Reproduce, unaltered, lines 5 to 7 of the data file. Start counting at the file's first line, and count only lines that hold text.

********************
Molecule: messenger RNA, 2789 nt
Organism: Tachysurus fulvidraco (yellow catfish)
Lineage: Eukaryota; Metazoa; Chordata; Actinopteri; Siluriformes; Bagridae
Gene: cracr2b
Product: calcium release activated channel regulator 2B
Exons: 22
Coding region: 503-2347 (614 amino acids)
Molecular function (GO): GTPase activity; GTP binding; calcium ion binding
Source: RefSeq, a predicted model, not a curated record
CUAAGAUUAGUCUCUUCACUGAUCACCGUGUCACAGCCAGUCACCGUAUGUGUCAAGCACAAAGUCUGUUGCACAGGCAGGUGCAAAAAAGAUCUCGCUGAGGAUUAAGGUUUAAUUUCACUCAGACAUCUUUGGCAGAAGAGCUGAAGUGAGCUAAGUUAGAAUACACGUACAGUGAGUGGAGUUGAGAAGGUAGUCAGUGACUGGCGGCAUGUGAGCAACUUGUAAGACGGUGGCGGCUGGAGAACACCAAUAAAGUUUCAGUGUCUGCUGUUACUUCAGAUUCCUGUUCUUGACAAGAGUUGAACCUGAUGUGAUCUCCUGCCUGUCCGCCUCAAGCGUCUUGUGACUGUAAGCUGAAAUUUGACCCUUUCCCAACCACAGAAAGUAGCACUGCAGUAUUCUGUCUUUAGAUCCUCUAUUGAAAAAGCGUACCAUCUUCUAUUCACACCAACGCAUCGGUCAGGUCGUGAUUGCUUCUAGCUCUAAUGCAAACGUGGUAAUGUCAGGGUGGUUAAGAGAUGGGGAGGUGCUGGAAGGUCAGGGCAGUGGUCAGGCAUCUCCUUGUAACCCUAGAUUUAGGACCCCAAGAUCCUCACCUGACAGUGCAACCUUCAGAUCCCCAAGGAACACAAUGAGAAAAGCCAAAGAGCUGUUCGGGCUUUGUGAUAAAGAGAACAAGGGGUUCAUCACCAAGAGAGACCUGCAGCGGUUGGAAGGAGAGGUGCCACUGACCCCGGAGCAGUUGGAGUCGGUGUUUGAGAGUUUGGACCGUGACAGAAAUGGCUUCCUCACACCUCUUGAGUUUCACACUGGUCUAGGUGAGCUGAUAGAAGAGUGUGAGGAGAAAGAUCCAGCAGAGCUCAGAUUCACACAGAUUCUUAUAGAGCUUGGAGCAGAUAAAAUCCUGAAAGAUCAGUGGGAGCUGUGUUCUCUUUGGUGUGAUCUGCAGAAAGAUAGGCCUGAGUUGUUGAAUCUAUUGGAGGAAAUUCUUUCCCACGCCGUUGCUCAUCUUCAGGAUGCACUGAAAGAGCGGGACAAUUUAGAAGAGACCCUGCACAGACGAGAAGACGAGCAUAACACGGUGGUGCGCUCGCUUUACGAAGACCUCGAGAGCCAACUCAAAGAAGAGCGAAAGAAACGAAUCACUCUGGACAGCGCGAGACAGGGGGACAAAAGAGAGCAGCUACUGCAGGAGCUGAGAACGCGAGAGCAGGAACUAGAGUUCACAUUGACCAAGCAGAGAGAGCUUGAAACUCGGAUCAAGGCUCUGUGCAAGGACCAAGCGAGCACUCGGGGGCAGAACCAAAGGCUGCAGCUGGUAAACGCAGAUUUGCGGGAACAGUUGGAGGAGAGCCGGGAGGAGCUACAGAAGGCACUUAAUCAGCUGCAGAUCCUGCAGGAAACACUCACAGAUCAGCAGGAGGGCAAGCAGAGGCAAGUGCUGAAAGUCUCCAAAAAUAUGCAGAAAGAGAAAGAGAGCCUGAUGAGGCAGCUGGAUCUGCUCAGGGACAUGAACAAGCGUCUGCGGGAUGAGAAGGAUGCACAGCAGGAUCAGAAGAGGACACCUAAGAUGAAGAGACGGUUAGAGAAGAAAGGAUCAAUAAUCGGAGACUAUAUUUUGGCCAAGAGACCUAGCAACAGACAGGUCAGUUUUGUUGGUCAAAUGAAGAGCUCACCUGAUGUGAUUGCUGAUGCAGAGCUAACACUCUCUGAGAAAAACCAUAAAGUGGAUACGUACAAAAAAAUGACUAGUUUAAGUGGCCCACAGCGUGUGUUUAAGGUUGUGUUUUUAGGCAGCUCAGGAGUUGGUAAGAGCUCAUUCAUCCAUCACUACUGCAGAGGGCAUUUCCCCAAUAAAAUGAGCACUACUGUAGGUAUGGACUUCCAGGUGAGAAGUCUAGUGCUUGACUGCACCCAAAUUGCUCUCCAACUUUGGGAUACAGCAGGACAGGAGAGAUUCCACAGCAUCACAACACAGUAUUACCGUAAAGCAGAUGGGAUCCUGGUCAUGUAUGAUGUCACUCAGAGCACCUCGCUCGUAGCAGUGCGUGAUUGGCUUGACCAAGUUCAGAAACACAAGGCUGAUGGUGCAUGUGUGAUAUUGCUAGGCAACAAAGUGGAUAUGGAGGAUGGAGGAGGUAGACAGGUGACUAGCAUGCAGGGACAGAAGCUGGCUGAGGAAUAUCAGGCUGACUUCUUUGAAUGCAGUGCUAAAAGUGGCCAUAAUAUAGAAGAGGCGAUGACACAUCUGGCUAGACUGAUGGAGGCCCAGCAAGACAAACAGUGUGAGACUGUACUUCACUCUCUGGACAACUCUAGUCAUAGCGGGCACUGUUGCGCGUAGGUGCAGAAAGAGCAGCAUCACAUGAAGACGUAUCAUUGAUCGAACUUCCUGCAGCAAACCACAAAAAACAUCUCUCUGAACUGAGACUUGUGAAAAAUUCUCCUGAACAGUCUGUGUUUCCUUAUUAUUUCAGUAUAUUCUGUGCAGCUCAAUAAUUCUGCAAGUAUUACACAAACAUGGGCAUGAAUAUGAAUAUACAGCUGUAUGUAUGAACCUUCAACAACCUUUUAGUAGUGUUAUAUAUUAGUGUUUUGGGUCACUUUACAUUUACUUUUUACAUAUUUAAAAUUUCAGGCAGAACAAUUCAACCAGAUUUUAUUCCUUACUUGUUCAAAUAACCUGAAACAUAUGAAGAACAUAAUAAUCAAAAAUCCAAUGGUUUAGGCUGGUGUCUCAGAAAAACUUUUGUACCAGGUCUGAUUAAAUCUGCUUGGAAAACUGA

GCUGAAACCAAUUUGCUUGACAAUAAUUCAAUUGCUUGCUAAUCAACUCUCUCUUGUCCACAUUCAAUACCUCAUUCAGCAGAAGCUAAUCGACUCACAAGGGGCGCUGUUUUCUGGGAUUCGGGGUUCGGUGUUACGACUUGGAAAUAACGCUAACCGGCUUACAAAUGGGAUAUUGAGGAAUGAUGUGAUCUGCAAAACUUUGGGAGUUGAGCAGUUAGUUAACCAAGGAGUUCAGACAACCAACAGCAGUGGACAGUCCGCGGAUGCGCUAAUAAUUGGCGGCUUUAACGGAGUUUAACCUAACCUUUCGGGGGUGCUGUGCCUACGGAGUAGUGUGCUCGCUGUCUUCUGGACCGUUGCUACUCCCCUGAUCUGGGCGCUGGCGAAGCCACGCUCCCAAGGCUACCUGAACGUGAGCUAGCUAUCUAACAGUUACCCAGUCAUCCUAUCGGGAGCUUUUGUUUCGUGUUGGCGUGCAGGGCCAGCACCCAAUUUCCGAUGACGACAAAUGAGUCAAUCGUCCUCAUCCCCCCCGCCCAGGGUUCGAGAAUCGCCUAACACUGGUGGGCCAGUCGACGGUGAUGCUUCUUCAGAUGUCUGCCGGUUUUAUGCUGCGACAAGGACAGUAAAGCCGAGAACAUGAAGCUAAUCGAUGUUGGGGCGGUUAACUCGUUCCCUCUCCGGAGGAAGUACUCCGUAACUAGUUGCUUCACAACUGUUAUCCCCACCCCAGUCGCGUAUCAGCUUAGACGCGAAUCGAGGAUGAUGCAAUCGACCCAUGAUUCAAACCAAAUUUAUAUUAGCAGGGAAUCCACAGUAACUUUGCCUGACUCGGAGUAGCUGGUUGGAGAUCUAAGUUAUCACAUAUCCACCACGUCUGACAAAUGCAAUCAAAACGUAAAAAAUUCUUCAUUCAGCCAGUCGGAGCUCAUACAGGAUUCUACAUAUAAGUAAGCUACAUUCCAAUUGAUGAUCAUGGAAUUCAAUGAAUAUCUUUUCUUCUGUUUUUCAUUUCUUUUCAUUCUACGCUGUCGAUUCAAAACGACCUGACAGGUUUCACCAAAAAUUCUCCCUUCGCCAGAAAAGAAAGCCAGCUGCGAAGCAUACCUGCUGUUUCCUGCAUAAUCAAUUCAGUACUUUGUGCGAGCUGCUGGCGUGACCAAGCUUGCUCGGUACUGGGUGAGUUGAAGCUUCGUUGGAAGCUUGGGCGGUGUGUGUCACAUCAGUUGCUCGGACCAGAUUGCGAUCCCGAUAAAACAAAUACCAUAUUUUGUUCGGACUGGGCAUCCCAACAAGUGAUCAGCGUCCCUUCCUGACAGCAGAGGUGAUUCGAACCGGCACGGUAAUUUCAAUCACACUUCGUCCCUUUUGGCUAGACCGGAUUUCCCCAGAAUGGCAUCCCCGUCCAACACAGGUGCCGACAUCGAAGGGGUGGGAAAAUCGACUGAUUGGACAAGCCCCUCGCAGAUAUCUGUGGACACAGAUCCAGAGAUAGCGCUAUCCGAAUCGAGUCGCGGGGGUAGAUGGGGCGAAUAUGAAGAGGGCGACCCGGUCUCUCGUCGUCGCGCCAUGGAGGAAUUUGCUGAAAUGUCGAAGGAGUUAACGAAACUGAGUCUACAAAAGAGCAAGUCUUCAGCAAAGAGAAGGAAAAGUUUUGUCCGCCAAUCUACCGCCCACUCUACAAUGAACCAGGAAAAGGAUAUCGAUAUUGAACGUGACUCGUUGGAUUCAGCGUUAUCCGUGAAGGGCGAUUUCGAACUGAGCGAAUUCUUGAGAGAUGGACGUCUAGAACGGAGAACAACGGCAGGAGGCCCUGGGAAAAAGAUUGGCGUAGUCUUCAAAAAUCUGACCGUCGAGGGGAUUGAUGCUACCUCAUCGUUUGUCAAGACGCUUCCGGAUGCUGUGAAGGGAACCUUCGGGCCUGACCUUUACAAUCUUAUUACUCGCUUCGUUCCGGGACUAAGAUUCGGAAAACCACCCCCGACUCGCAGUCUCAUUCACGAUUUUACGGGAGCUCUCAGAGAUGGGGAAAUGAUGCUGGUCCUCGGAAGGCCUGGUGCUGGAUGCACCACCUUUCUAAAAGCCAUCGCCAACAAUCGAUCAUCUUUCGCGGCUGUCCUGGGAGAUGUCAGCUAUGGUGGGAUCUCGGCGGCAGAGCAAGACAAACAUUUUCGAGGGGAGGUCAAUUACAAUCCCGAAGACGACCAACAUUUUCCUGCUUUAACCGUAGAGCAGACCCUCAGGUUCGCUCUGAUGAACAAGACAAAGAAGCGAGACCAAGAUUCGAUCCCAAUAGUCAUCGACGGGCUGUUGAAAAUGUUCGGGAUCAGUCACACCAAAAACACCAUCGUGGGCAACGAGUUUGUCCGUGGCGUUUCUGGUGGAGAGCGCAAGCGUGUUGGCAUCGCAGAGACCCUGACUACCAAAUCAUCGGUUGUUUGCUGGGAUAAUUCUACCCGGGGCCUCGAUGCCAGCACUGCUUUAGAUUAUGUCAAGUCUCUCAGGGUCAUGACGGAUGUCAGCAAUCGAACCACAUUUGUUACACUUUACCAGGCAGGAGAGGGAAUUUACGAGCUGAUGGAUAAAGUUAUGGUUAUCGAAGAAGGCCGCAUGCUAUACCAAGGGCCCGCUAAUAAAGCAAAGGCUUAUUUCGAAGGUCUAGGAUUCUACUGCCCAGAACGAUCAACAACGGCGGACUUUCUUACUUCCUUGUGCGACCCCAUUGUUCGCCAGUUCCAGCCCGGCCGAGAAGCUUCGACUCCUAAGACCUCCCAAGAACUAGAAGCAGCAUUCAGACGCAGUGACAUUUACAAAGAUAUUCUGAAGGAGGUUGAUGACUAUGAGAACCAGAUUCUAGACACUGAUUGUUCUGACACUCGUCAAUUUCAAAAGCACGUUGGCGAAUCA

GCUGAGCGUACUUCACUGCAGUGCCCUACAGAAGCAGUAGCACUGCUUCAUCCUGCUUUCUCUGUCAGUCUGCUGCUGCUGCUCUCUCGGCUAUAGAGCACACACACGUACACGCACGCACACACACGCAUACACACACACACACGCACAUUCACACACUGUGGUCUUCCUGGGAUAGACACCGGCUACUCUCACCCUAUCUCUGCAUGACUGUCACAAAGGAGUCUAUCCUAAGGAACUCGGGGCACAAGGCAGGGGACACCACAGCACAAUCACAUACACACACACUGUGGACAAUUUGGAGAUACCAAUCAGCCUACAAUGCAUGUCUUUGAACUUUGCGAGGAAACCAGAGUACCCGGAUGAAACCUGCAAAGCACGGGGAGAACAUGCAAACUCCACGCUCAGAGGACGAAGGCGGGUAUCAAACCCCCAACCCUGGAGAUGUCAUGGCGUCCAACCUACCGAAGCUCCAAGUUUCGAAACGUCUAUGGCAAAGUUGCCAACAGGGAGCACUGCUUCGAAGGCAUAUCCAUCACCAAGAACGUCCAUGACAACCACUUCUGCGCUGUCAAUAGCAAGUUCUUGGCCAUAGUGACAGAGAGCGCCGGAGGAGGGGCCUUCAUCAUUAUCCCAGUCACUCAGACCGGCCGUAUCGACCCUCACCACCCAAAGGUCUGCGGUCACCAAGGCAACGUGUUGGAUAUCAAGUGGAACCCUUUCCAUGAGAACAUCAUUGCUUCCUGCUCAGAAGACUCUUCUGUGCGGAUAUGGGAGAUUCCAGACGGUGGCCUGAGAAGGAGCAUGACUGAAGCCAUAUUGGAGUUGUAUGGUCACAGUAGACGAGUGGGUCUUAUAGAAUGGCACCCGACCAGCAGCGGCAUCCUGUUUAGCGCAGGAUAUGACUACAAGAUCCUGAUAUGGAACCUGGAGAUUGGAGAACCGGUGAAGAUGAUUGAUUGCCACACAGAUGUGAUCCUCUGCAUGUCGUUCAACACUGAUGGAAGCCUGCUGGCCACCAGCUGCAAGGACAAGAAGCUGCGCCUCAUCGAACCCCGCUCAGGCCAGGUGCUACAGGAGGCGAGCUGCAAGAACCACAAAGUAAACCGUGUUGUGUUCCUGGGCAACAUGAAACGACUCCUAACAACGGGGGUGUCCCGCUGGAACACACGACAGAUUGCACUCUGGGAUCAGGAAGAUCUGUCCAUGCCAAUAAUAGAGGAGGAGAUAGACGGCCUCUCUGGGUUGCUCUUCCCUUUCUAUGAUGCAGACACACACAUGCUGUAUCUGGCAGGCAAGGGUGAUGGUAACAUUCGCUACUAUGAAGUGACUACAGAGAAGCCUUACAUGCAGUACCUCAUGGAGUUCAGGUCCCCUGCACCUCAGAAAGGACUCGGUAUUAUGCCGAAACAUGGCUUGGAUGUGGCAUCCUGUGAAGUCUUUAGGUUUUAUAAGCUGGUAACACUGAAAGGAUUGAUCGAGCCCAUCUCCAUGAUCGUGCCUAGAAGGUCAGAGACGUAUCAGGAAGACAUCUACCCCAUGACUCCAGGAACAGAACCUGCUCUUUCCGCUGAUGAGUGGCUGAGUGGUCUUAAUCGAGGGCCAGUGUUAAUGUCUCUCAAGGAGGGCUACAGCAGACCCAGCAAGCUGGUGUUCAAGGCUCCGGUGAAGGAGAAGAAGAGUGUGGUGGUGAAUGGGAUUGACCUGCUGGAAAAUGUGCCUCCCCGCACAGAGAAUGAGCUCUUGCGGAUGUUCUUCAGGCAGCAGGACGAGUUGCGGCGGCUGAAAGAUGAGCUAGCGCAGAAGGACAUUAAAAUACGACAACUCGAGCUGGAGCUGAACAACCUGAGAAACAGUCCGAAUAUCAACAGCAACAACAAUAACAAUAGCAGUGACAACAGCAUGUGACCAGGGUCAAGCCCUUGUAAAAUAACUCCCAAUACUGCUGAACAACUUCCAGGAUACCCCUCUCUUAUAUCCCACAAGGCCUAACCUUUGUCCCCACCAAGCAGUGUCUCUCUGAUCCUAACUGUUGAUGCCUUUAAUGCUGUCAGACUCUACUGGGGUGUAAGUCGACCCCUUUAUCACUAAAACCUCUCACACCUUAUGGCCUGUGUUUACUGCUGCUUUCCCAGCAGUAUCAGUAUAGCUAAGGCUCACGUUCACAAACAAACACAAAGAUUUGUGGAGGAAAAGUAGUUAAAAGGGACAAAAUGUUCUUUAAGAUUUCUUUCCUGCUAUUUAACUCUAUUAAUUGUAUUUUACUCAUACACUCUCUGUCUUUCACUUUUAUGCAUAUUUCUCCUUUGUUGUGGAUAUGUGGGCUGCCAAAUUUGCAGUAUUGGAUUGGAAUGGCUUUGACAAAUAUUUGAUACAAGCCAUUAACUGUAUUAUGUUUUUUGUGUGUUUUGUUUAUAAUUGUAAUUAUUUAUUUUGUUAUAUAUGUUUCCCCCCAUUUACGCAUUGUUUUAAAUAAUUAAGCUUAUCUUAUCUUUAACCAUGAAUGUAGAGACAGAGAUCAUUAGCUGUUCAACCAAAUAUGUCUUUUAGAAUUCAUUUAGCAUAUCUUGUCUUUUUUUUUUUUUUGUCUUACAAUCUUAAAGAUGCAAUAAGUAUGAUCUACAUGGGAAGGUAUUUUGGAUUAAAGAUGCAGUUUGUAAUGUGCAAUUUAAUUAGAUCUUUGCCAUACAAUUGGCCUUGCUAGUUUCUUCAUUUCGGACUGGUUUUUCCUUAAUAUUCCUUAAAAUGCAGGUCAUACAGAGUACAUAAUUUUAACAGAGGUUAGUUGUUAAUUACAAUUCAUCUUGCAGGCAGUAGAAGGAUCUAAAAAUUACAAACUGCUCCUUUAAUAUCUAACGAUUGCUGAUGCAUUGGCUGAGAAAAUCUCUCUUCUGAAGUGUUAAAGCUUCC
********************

Product: calcium release activated channel regulator 2B
Exons: 22
Coding region: 503-2347 (614 amino acids)